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Caples-Greenstone Track: More birds galore

Published
January 3, 2021
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The Caples / Greenstone Track loops around the Ailsa Mountains, the clearly defined massif west of Lake Wakatipu in this view. Source: Google Maps Terrain View, Map Data ©2017. North at top.

A MODERATELY demanding tramp windsits way through the beautiful Caples and Greenstone Valleys, which come together by the shore of Lake Wakatipu and are also joined, in the hills, by the subalpine pass of McKellar Saddle, which offers incredible views of the surrounding landscape.

There is plenty of native wildlife on the track, and when I first did it a few years ago, we were lucky enough to see falcons, kea, mōhua, and plenty of other birds.

The tracks, which form a loop in the same way that the Rees and the Dart do, can be hiked from either the Lake Wakatipu end near Kinloch and Glenorchy, or from The Divide on the road to Milford Sound/Piopiotahi. The Divide also is one of the end points for the nearby Routeburn Track and many exhausted Routeburn trampers are picked up there, although some choose to extend their hike and carry on through the Caples/Greenstone for a longer tramp.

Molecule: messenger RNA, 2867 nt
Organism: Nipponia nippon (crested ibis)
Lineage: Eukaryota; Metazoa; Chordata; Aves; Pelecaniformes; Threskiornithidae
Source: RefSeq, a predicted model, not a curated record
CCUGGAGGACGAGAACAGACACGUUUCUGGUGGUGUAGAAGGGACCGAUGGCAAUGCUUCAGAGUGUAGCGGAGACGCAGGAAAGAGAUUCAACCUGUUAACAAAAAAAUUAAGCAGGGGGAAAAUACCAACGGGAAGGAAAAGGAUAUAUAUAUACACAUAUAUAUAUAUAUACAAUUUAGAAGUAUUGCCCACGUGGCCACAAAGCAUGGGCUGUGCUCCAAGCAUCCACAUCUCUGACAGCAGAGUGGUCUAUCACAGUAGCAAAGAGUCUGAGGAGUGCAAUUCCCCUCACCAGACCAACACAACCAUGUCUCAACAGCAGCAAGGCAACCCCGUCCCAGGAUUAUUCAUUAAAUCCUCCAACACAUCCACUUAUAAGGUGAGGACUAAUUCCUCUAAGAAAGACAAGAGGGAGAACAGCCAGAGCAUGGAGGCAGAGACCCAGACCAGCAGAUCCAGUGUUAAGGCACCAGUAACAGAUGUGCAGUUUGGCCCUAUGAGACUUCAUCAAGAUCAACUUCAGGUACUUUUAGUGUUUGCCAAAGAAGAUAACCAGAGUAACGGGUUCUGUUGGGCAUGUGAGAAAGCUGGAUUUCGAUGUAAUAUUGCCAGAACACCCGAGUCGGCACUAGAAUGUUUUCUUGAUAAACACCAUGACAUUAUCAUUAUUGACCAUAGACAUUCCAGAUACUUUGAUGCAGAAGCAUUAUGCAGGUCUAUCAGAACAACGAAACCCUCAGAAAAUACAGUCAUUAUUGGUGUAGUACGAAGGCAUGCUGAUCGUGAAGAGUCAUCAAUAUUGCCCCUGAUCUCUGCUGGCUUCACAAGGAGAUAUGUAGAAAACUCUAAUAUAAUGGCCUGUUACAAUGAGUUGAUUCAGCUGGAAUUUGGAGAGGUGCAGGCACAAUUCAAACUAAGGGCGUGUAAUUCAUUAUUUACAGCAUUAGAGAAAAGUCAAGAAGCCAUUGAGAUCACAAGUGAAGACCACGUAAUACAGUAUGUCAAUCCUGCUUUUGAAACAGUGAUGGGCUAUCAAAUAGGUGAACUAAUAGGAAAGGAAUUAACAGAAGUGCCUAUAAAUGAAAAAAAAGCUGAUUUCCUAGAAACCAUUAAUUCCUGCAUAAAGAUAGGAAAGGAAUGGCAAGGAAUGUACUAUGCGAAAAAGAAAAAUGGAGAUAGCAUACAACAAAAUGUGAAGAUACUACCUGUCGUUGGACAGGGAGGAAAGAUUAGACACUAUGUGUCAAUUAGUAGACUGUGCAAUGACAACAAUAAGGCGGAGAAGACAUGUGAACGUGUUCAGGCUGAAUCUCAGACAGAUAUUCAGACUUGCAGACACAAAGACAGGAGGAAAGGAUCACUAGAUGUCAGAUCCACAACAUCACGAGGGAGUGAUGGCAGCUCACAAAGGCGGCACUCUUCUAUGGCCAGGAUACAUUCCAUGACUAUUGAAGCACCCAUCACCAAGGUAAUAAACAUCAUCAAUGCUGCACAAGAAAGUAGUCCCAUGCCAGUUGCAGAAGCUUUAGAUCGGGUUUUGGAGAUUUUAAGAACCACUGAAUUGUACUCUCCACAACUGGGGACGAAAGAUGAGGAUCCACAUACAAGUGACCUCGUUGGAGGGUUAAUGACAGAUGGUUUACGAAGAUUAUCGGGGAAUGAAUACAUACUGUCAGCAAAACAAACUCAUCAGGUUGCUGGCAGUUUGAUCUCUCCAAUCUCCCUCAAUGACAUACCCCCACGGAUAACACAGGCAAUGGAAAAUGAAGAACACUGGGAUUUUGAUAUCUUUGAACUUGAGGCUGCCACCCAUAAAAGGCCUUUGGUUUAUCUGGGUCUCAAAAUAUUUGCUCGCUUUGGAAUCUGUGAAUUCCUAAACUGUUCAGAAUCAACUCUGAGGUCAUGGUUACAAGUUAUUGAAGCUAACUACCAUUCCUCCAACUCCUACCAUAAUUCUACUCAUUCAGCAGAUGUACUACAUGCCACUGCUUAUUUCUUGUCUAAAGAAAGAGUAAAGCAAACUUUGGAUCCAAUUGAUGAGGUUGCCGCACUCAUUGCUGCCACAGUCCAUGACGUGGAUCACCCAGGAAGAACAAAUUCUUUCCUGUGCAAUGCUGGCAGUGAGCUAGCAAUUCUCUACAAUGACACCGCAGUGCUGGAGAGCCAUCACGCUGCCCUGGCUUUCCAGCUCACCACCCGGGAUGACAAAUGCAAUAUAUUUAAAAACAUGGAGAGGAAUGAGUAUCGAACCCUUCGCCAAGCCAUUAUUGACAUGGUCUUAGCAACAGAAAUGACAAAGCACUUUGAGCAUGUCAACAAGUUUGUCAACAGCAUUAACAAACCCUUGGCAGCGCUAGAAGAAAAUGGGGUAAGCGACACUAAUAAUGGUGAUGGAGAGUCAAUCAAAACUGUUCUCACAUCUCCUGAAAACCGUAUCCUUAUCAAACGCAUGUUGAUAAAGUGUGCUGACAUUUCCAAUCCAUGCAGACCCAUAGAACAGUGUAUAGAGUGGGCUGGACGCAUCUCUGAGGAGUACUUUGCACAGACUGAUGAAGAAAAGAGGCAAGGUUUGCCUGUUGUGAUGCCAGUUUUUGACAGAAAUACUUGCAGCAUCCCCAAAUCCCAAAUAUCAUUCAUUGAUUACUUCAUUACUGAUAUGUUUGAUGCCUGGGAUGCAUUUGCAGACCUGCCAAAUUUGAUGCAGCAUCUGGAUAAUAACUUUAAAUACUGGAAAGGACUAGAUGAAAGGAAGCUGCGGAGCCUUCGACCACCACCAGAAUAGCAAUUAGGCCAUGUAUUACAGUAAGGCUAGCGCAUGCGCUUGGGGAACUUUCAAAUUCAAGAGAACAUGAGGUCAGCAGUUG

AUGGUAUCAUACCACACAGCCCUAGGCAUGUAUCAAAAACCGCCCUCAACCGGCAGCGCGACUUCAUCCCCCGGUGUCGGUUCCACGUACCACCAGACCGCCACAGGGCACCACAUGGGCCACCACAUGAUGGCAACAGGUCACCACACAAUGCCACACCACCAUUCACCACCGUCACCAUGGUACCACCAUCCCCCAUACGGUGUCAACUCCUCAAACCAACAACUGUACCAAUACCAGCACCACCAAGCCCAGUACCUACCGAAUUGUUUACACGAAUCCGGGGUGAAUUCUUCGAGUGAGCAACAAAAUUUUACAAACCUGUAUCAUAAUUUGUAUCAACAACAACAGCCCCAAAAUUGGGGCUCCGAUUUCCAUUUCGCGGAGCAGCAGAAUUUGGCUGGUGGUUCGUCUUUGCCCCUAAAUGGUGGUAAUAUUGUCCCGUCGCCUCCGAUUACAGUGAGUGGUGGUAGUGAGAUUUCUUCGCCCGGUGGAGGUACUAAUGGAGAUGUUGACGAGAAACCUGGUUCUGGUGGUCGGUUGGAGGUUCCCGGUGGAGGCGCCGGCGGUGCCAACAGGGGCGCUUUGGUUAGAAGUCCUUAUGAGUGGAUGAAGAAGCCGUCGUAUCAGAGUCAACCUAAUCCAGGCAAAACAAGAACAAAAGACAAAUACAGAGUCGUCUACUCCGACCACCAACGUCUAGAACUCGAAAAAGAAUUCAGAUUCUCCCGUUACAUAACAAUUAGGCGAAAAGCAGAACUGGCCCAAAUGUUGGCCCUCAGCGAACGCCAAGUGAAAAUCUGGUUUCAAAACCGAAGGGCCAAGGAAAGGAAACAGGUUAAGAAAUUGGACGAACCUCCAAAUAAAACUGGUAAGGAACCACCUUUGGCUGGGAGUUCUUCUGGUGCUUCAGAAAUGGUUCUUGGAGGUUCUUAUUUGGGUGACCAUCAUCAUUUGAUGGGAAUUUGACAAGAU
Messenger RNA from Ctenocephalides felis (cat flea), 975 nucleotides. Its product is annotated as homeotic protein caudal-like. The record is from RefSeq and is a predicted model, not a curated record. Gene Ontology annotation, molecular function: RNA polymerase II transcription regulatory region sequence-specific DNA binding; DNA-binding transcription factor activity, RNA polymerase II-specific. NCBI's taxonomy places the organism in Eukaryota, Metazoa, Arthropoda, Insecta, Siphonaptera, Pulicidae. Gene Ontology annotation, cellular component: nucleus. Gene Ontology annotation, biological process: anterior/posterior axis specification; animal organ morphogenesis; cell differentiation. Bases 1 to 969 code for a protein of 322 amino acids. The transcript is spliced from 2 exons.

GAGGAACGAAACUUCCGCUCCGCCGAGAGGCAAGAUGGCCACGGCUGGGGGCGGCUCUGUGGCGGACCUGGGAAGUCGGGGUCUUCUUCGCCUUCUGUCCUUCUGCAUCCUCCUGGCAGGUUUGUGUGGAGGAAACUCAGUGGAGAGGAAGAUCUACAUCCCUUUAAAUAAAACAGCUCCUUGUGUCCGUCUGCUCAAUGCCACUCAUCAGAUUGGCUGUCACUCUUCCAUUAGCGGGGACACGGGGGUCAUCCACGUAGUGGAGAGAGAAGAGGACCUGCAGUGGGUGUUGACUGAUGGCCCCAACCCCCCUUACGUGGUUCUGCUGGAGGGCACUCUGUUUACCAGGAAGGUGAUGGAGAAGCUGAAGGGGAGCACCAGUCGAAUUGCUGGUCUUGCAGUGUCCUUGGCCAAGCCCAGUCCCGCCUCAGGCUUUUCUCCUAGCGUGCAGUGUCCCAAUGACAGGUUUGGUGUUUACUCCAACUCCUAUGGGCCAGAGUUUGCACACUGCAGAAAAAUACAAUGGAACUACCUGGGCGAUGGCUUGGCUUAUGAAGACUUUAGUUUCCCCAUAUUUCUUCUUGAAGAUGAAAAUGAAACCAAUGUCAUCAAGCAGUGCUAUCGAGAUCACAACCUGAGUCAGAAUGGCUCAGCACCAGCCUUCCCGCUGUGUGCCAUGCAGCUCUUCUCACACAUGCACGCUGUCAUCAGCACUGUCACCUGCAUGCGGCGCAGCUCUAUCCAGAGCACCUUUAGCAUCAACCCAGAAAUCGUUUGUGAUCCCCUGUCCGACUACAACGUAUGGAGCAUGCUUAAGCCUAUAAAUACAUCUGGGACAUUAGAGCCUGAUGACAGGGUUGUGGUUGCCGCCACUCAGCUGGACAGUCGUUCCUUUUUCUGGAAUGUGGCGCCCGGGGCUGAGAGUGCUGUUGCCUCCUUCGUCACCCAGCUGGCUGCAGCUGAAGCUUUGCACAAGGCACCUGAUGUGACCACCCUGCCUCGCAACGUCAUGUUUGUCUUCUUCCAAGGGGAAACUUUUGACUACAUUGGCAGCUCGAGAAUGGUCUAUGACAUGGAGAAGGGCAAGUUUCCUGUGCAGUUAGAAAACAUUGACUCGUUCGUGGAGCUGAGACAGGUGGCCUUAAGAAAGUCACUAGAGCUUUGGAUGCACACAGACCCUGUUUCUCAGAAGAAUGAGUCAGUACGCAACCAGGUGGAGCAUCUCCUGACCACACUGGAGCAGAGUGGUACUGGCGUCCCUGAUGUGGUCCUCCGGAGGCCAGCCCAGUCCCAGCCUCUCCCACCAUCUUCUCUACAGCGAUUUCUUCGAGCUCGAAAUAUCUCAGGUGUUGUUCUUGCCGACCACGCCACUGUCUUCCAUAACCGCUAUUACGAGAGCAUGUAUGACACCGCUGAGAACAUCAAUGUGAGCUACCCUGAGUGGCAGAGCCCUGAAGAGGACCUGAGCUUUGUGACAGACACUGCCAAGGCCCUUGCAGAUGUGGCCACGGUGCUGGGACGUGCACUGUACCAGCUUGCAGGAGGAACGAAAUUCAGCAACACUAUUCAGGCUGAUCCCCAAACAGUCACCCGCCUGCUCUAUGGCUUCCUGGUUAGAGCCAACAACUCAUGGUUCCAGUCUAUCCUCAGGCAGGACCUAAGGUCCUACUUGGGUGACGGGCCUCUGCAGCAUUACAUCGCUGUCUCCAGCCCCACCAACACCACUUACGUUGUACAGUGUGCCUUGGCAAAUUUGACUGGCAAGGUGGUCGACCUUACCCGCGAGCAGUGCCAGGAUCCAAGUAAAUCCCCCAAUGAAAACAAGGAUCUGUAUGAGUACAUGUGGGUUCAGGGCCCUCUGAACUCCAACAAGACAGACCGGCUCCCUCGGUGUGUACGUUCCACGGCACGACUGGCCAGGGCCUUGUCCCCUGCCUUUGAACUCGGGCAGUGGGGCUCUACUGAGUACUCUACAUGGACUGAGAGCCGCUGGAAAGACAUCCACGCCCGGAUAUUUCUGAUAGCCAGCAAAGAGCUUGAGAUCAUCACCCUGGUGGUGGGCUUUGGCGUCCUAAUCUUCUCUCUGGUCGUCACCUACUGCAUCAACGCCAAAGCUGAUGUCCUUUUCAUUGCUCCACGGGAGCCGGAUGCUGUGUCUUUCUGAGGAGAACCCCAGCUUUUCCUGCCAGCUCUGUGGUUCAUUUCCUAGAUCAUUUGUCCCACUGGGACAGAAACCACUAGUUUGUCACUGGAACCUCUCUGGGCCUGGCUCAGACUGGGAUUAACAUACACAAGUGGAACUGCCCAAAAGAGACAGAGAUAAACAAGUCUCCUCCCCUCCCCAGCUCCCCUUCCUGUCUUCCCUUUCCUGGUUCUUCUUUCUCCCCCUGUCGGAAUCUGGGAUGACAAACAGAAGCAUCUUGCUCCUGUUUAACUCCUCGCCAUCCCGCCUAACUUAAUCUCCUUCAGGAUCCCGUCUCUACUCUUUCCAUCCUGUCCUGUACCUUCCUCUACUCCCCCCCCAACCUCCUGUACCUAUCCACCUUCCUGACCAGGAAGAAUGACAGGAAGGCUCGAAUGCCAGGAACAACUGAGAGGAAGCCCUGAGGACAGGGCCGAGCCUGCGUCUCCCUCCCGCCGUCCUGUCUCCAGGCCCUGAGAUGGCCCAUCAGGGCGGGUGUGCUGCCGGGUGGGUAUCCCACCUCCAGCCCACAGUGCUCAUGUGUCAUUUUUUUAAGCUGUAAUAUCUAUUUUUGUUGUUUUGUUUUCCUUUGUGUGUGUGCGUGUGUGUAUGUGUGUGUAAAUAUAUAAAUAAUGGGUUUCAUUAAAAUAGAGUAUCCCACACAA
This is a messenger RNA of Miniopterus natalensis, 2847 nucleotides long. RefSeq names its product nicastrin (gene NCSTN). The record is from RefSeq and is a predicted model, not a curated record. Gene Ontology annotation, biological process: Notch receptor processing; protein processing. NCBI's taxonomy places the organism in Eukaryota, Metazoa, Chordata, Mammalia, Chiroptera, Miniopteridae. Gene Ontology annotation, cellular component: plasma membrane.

Even without an extension onto the Routeburn, the Caples/Greenstone is still a significant four-day journey.

On the other hand, tramping.net.nz ranks the Caples/Greenstone as an easier option than the otherwise similar Rees-Dart Track.

When I did this track one time a few years back, we started out from the Greenstone Carpark near Lake Wakatipu, up the Caples Valley. After spending the night in the Mid Caples Hut we carried on to the McKellar Hut, tramping around twenty-two kilometres between the huts through beech forests to reach Lake McKellar, near which the hut of the same name stands. Coming off McKellar Saddle, there was a beautiful view of Mount Christina just before we went down towards the lake.

(Note: the Upper Caples Hut is now closed to the general public)

We made good time to McKellar Hut and checked in at three p.m. After a good night’s sleep in McKellar Hut, we had a reasonably uneventful eighteen-kilometre tramp to the Greenstone Hut where we next stopped. After that, it was another twelve-kilometre hike through the rest of the valley before we crossed the Caples River on a swing bridge. From there it was another thirty minutes back to the Greenstone Carpark where we had started.

I visited the Caples/Greenstone again more recently, at the start of 2020. There is now only one hut available for public use on the Caples Track, the large Mid Caples Hut, which was erected in 2014 and is only two hours in. The Upper Caples hut is a club hut and is no longer available for public use. When I visited in 2020 (this was before Covid and the tourism shut-down), the Mid-Caples Hut was so overcrowded that I went back and drove down to the more remote Lake Hauroko instead, where you can climb the Lake Hauroko lookout or head along the lake, by water taxi, to the Dusky Track.

If you liked the post above, check out my new book about the South Island! It's available for purchase from this website.

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